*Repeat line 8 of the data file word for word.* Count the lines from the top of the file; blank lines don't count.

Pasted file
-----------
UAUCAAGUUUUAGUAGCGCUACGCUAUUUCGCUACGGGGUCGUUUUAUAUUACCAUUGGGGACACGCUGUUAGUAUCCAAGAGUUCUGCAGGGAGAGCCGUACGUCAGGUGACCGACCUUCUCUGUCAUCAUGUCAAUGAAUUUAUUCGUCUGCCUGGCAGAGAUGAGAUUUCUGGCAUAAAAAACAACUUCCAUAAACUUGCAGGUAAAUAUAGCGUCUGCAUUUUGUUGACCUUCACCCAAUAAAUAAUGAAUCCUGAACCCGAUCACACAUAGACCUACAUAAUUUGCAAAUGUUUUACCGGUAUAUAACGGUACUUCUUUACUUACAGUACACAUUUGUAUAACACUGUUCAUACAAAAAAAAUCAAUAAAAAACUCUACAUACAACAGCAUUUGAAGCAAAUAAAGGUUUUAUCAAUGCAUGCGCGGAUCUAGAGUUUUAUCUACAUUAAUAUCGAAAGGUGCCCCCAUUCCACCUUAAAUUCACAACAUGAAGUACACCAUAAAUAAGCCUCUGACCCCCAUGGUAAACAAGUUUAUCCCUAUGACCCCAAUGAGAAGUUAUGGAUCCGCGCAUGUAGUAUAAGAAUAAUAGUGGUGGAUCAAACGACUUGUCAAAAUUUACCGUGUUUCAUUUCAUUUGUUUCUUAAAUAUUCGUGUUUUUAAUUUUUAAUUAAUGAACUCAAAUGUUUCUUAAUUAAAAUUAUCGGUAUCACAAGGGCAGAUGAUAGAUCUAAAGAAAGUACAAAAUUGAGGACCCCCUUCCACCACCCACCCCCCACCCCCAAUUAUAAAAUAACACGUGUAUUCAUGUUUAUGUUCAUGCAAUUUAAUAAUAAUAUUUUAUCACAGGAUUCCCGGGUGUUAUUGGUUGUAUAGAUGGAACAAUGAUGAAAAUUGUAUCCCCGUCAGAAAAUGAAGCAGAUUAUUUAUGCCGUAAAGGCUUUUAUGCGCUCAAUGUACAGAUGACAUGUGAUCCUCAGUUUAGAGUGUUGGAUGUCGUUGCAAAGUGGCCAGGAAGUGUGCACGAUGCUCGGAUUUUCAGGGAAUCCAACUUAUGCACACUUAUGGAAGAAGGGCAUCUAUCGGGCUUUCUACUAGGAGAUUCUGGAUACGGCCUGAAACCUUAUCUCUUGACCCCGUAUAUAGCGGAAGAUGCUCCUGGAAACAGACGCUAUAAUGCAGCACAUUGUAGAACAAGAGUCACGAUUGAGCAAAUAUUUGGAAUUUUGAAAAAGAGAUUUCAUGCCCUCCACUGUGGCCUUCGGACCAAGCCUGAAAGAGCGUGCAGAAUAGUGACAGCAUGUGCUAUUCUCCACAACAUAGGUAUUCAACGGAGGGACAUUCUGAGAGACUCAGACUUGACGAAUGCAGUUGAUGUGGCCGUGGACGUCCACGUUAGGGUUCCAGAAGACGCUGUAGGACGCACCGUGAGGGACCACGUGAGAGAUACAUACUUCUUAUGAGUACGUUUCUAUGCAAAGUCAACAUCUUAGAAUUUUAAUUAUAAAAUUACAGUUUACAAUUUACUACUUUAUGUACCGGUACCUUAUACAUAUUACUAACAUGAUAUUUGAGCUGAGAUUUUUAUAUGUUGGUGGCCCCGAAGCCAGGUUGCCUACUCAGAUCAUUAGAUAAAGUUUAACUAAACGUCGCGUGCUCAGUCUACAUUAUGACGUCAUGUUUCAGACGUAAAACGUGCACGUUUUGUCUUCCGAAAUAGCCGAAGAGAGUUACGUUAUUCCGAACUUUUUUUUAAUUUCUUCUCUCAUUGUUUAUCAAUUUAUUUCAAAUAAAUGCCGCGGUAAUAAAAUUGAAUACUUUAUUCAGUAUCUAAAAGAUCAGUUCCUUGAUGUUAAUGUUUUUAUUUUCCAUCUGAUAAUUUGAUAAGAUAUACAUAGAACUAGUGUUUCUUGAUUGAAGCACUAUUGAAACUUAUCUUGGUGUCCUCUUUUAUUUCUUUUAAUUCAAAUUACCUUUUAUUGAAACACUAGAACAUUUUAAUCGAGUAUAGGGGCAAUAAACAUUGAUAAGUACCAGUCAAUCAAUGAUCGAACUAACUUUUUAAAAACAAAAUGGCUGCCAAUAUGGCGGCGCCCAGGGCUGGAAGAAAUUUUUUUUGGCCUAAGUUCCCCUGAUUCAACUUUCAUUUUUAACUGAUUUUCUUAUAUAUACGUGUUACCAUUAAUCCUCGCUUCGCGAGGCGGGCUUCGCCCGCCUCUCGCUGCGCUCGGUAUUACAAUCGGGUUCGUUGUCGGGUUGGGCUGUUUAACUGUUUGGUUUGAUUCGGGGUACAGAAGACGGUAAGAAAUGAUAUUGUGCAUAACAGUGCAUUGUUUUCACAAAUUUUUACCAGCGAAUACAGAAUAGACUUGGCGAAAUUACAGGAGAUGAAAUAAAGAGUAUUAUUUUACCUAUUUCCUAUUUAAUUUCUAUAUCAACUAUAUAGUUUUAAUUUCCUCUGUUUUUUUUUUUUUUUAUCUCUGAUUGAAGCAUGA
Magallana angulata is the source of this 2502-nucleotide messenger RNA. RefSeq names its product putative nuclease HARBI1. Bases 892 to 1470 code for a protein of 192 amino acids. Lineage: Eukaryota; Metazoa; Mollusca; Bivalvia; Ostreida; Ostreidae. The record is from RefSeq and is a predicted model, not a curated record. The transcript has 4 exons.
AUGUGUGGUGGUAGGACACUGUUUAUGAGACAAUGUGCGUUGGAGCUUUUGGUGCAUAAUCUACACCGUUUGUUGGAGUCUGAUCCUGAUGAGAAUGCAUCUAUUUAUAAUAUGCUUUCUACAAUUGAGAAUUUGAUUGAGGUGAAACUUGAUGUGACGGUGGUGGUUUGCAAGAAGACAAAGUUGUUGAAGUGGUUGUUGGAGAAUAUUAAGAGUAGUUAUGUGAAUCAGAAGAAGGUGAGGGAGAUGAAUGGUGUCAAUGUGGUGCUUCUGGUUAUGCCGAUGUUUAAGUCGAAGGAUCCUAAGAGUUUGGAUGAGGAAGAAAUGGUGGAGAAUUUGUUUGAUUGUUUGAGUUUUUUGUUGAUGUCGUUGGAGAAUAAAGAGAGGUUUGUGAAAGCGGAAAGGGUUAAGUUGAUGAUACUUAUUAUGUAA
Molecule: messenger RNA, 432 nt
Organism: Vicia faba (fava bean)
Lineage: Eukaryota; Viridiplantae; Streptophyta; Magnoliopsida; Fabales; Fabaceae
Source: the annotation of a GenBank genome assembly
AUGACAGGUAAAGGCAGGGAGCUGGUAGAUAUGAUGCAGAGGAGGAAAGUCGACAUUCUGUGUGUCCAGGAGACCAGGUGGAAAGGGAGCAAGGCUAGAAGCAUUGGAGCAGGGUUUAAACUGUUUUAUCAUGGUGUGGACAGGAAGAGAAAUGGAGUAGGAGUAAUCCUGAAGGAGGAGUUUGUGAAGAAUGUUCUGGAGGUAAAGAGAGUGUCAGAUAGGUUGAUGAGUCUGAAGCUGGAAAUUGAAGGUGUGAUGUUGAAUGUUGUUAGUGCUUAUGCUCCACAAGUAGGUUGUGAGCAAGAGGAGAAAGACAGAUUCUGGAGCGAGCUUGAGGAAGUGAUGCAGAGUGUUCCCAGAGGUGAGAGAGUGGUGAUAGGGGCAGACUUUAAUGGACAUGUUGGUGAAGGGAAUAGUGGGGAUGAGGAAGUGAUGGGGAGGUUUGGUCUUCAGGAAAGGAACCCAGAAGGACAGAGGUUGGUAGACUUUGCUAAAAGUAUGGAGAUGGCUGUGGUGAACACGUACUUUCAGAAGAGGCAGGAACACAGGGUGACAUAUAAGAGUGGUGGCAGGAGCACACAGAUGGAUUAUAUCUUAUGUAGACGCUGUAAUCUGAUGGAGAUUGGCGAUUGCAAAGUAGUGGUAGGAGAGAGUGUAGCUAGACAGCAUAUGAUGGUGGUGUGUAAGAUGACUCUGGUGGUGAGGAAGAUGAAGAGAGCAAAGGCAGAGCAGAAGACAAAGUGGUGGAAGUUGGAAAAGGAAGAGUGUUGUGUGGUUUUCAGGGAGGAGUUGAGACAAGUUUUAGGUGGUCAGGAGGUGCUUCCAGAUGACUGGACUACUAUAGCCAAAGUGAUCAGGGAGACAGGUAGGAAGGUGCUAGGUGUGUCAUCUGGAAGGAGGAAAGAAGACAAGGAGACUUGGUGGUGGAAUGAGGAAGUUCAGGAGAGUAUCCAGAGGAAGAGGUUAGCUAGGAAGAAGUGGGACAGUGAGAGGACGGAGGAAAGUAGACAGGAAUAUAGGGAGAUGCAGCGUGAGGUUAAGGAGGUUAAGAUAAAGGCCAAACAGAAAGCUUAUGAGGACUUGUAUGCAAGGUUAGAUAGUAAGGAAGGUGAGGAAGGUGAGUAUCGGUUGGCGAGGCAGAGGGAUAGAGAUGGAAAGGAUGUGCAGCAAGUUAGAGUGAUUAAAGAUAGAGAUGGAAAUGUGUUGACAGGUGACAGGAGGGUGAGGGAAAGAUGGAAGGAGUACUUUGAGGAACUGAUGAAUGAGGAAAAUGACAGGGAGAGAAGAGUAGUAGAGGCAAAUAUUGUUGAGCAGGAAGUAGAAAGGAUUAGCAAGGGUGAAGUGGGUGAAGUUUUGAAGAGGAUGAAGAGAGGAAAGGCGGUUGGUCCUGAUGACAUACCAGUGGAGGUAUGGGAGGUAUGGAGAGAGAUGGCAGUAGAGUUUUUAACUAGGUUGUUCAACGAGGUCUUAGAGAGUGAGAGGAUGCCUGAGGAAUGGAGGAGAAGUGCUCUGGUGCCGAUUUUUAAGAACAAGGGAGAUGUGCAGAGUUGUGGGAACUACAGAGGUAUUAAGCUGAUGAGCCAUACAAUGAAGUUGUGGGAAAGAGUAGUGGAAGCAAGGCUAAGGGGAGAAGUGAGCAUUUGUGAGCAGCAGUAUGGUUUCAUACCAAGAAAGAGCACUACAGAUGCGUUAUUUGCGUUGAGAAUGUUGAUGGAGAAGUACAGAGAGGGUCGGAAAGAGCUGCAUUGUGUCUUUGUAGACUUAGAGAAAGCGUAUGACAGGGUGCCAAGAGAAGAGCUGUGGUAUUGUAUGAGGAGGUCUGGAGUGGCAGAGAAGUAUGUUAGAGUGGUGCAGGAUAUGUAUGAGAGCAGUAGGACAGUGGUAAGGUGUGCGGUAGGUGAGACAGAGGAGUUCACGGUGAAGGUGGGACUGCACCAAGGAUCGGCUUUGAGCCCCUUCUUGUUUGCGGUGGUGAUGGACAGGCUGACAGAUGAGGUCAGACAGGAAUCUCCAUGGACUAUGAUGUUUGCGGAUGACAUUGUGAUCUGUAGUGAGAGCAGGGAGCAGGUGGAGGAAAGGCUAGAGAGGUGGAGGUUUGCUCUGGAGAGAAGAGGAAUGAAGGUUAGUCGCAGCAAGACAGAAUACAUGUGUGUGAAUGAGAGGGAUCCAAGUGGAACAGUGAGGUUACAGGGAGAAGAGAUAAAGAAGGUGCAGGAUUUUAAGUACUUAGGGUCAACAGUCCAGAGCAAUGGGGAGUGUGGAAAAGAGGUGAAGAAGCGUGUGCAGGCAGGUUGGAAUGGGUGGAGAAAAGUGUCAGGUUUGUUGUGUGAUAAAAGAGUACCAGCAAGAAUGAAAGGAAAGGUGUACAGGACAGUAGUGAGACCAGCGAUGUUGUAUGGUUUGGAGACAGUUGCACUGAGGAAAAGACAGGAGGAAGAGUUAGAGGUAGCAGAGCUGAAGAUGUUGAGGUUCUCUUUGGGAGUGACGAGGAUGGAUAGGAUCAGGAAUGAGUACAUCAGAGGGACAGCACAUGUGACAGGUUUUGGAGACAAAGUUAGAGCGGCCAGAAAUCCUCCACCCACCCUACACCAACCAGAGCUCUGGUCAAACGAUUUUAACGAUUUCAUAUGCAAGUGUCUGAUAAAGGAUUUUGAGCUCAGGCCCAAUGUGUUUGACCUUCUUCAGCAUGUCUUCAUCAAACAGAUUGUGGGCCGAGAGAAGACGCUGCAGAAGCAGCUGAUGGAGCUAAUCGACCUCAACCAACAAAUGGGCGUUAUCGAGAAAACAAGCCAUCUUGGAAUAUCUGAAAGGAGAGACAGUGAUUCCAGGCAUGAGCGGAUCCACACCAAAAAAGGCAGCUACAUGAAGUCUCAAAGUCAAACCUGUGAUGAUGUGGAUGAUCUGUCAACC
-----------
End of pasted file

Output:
AUGACAGGUAAAGGCAGGGAGCUGGUAGAUAUGAUGCAGAGGAGGAAAGUCGACAUUCUGUGUGUCCAGGAGACCAGGUGGAAAGGGAGCAAGGCUAGAAGCAUUGGAGCAGGGUUUAAACUGUUUUAUCAUGGUGUGGACAGGAAGAGAAAUGGAGUAGGAGUAAUCCUGAAGGAGGAGUUUGUGAAGAAUGUUCUGGAGGUAAAGAGAGUGUCAGAUAGGUUGAUGAGUCUGAAGCUGGAAAUUGAAGGUGUGAUGUUGAAUGUUGUUAGUGCUUAUGCUCCACAAGUAGGUUGUGAGCAAGAGGAGAAAGACAGAUUCUGGAGCGAGCUUGAGGAAGUGAUGCAGAGUGUUCCCAGAGGUGAGAGAGUGGUGAUAGGGGCAGACUUUAAUGGACAUGUUGGUGAAGGGAAUAGUGGGGAUGAGGAAGUGAUGGGGAGGUUUGGUCUUCAGGAAAGGAACCCAGAAGGACAGAGGUUGGUAGACUUUGCUAAAAGUAUGGAGAUGGCUGUGGUGAACACGUACUUUCAGAAGAGGCAGGAACACAGGGUGACAUAUAAGAGUGGUGGCAGGAGCACACAGAUGGAUUAUAUCUUAUGUAGACGCUGUAAUCUGAUGGAGAUUGGCGAUUGCAAAGUAGUGGUAGGAGAGAGUGUAGCUAGACAGCAUAUGAUGGUGGUGUGUAAGAUGACUCUGGUGGUGAGGAAGAUGAAGAGAGCAAAGGCAGAGCAGAAGACAAAGUGGUGGAAGUUGGAAAAGGAAGAGUGUUGUGUGGUUUUCAGGGAGGAGUUGAGACAAGUUUUAGGUGGUCAGGAGGUGCUUCCAGAUGACUGGACUACUAUAGCCAAAGUGAUCAGGGAGACAGGUAGGAAGGUGCUAGGUGUGUCAUCUGGAAGGAGGAAAGAAGACAAGGAGACUUGGUGGUGGAAUGAGGAAGUUCAGGAGAGUAUCCAGAGGAAGAGGUUAGCUAGGAAGAAGUGGGACAGUGAGAGGACGGAGGAAAGUAGACAGGAAUAUAGGGAGAUGCAGCGUGAGGUUAAGGAGGUUAAGAUAAAGGCCAAACAGAAAGCUUAUGAGGACUUGUAUGCAAGGUUAGAUAGUAAGGAAGGUGAGGAAGGUGAGUAUCGGUUGGCGAGGCAGAGGGAUAGAGAUGGAAAGGAUGUGCAGCAAGUUAGAGUGAUUAAAGAUAGAGAUGGAAAUGUGUUGACAGGUGACAGGAGGGUGAGGGAAAGAUGGAAGGAGUACUUUGAGGAACUGAUGAAUGAGGAAAAUGACAGGGAGAGAAGAGUAGUAGAGGCAAAUAUUGUUGAGCAGGAAGUAGAAAGGAUUAGCAAGGGUGAAGUGGGUGAAGUUUUGAAGAGGAUGAAGAGAGGAAAGGCGGUUGGUCCUGAUGACAUACCAGUGGAGGUAUGGGAGGUAUGGAGAGAGAUGGCAGUAGAGUUUUUAACUAGGUUGUUCAACGAGGUCUUAGAGAGUGAGAGGAUGCCUGAGGAAUGGAGGAGAAGUGCUCUGGUGCCGAUUUUUAAGAACAAGGGAGAUGUGCAGAGUUGUGGGAACUACAGAGGUAUUAAGCUGAUGAGCCAUACAAUGAAGUUGUGGGAAAGAGUAGUGGAAGCAAGGCUAAGGGGAGAAGUGAGCAUUUGUGAGCAGCAGUAUGGUUUCAUACCAAGAAAGAGCACUACAGAUGCGUUAUUUGCGUUGAGAAUGUUGAUGGAGAAGUACAGAGAGGGUCGGAAAGAGCUGCAUUGUGUCUUUGUAGACUUAGAGAAAGCGUAUGACAGGGUGCCAAGAGAAGAGCUGUGGUAUUGUAUGAGGAGGUCUGGAGUGGCAGAGAAGUAUGUUAGAGUGGUGCAGGAUAUGUAUGAGAGCAGUAGGACAGUGGUAAGGUGUGCGGUAGGUGAGACAGAGGAGUUCACGGUGAAGGUGGGACUGCACCAAGGAUCGGCUUUGAGCCCCUUCUUGUUUGCGGUGGUGAUGGACAGGCUGACAGAUGAGGUCAGACAGGAAUCUCCAUGGACUAUGAUGUUUGCGGAUGACAUUGUGAUCUGUAGUGAGAGCAGGGAGCAGGUGGAGGAAAGGCUAGAGAGGUGGAGGUUUGCUCUGGAGAGAAGAGGAAUGAAGGUUAGUCGCAGCAAGACAGAAUACAUGUGUGUGAAUGAGAGGGAUCCAAGUGGAACAGUGAGGUUACAGGGAGAAGAGAUAAAGAAGGUGCAGGAUUUUAAGUACUUAGGGUCAACAGUCCAGAGCAAUGGGGAGUGUGGAAAAGAGGUGAAGAAGCGUGUGCAGGCAGGUUGGAAUGGGUGGAGAAAAGUGUCAGGUUUGUUGUGUGAUAAAAGAGUACCAGCAAGAAUGAAAGGAAAGGUGUACAGGACAGUAGUGAGACCAGCGAUGUUGUAUGGUUUGGAGACAGUUGCACUGAGGAAAAGACAGGAGGAAGAGUUAGAGGUAGCAGAGCUGAAGAUGUUGAGGUUCUCUUUGGGAGUGACGAGGAUGGAUAGGAUCAGGAAUGAGUACAUCAGAGGGACAGCACAUGUGACAGGUUUUGGAGACAAAGUUAGAGCGGCCAGAAAUCCUCCACCCACCCUACACCAACCAGAGCUCUGGUCAAACGAUUUUAACGAUUUCAUAUGCAAGUGUCUGAUAAAGGAUUUUGAGCUCAGGCCCAAUGUGUUUGACCUUCUUCAGCAUGUCUUCAUCAAACAGAUUGUGGGCCGAGAGAAGACGCUGCAGAAGCAGCUGAUGGAGCUAAUCGACCUCAACCAACAAAUGGGCGUUAUCGAGAAAACAAGCCAUCUUGGAAUAUCUGAAAGGAGAGACAGUGAUUCCAGGCAUGAGCGGAUCCACACCAAAAAAGGCAGCUACAUGAAGUCUCAAAGUCAAACCUGUGAUGAUGUGGAUGAUCUGUCAACC